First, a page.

The European Union’s General Data Protection Regulation has been in effect since May of 2018. However, not every company, business, data firm, advertising agency, or video game publisher has complied with the regulations. One fine example of this is Bethesda, who was flagged by gamers for violating GDPR Article 7 sub-section 3, regarding consent and opting out of contracts.
In this particular case, Game Watcher is reporting that users on Reddit discovered that after registering on Bethesda.net to use the Bethesda Launcher, they found that they were automatically opted in to receive ZeniMax ads on other sites.
In the Reddit thread there’s a link to an image showing that in the user settings, there’s an automatic opt-in to receive ads from Bethesda’s parent company, ZeniMax once you register for a free account. During the registration process there is no option to opt-out of receiving ads. You can only change this option AFTER you finish the registration and after you go into the account management section where you can then choose to opt-out of receiving the ads.
It’s true. I tested this for myself by creating a new account and the check box is already marked to opt users into receiving Zenimax ads once a new account is created. You can only opt out after you finish registering an account. They also don’t notify you about the opt-in, you have to manually check by going to the account management screen.
As pointed out in the Reddit thread, this is in violation of GDPR Article 7 sub-section 3, which states…
“ The data subject shall have the right to withdraw his or her consent at any time. The withdrawal of consent shall not affect the lawfulness of processing based on consent before its withdrawal. Prior to giving consent, the data subject shall be informed thereof. It shall be as easy to withdraw as to give consent.”
The highlighted bold parts comes from the actual article. This also accentuates the fact that users have to be informed before being opted into any sort of data-related contract with a controller, or otherwise a company. In this case, consenting to provide your e-mail address in order to receive ads related to ZeniMax products and advertisements would be the contract, and the controller would be Bethesda.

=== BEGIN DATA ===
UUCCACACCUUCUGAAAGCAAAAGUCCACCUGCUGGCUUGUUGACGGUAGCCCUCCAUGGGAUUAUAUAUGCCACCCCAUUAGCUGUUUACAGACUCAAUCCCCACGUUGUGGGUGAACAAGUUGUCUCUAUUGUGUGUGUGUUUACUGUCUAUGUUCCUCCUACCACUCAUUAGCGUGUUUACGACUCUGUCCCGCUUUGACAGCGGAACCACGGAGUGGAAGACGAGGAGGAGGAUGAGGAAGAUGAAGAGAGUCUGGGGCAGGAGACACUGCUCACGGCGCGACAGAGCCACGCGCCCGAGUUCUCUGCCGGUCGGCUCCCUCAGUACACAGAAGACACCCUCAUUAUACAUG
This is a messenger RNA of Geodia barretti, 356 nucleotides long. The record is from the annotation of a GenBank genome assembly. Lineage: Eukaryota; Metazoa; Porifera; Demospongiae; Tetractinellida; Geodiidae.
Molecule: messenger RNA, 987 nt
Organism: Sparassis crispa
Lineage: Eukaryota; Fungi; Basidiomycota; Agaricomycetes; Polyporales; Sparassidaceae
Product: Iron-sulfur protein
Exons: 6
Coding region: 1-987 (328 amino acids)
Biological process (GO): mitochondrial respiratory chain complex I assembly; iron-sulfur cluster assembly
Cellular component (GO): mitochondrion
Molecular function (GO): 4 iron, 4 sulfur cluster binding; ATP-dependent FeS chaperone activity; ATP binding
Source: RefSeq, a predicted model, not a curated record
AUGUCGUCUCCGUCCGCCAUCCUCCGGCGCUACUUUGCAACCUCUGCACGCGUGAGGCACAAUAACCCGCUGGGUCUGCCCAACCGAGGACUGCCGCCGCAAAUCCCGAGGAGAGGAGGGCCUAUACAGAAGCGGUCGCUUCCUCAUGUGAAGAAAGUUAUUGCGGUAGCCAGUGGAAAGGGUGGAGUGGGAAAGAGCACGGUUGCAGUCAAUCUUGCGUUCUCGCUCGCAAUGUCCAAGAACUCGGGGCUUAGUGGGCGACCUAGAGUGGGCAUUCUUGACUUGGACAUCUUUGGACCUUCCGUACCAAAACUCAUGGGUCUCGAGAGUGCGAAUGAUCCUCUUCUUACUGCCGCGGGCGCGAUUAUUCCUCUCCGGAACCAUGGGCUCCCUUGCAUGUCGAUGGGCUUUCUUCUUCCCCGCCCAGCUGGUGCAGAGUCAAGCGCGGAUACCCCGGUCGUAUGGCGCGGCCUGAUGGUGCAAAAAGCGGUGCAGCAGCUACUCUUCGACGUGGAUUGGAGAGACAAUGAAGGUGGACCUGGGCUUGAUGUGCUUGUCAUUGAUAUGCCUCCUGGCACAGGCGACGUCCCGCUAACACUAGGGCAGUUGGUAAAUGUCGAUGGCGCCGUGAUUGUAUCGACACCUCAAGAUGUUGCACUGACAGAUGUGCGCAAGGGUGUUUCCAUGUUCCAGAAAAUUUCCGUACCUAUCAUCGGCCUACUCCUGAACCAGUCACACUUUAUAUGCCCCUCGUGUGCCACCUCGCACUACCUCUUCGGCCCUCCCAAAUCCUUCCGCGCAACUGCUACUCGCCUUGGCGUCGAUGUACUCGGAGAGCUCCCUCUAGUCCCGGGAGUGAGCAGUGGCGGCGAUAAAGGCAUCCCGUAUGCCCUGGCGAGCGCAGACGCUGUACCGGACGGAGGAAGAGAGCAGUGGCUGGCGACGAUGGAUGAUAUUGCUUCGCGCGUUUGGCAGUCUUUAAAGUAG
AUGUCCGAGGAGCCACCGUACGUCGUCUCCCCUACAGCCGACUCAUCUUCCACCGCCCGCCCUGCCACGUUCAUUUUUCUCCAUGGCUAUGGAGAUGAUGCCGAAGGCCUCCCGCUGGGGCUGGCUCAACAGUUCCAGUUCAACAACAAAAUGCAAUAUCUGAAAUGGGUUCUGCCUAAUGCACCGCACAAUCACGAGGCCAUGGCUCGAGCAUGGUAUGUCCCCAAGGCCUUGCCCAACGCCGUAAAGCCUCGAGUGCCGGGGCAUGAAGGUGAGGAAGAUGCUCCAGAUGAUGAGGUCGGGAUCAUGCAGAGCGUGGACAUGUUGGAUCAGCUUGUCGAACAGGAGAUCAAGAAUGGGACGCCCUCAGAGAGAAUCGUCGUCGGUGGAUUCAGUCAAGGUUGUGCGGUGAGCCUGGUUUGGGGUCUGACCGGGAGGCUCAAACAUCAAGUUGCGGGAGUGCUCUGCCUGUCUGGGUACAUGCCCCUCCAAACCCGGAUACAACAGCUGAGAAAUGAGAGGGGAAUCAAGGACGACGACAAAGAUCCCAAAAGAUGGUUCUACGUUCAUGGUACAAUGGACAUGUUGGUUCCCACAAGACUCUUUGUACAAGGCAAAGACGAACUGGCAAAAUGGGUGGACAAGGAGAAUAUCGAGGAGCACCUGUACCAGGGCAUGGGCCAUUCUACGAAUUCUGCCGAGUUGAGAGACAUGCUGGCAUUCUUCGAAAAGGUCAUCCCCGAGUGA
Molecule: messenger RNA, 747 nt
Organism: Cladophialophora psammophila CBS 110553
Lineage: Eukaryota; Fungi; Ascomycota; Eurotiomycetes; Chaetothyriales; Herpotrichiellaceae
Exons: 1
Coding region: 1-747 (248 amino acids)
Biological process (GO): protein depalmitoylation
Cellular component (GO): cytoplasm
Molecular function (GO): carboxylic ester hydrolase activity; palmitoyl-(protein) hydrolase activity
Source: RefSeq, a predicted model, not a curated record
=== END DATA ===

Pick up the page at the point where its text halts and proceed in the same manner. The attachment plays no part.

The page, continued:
So how much trouble is Bethesda in? Well, according to the GDPR EU fines and penalty page, it states…
“Up to €20 million, or 4% of the worldwide annual revenue of the prior financial year, whichever is higher, shall be issued for infringements of:
”The basic principles for processing, including conditions for consent, under Articles 5, 6, 7, and 9 […]”
Given that this is a clear violation of Article 7, regarding consent, Bethesda would have to pay 4% of its worldwide annual revenue of the prior financial year or up to €20 million.
However, the real story here isn’t just that Bethesda violated GDPR Article 7, it’s that the moderators of Reddit’s /r/Games/ removed the thread in an attempt to hide the fact that Bethesda violated the law. The reasoning for the removal? They claimed it violated rule #3 and that it was “off-topic” in relation to video games. This is despite the fact that the Bethesda Launcher is used to launch Bethesda’s video games, and said launcher requires signing up through a process that clearly violates EU regulation.
If you attempt to check the thread on /r/Games/ you’ll note that it’s removed.
The proper thing for them to have done in that situation is forward the information to the appropriate authorities, since this act from Bethesda is in clear violation of the law. Instead, Reddit’s moderators attempted to hide the news.
This, however, is not new for Reddit’s /r/Games/ moderators. Back during #GamerGate, they colluded with their friends from the secret journalist group known as the GameJournoPros to censor and delete any posts that were related to corruption happening within the video game industry. They created automod filters so that topics containing terms like “corruption”, “corrupt”, “IGF”, “fish”, and “independent games festival” were automatically removed from the sub-reddit.
So any company, studio, developer, or game involved with actual corruption couldn’t have a thread made discussing that topic on /r/Games/. This was revealed after a former moderator leaked the moderator chat logs back in March of 2015, so that people could see how the moderators were burying industry corruption when people attempted to discuss it or expose it via /r/Games/ on Reddit.
You can read the entire chat logs through an archive.
As for Bethesda, if you feel as if what they’re doing needs to be addressed by the authorities, you can contact the Data Protection Authority committee using the European Data Protection Board contact directory.
(Thanks for the news tip Ryan)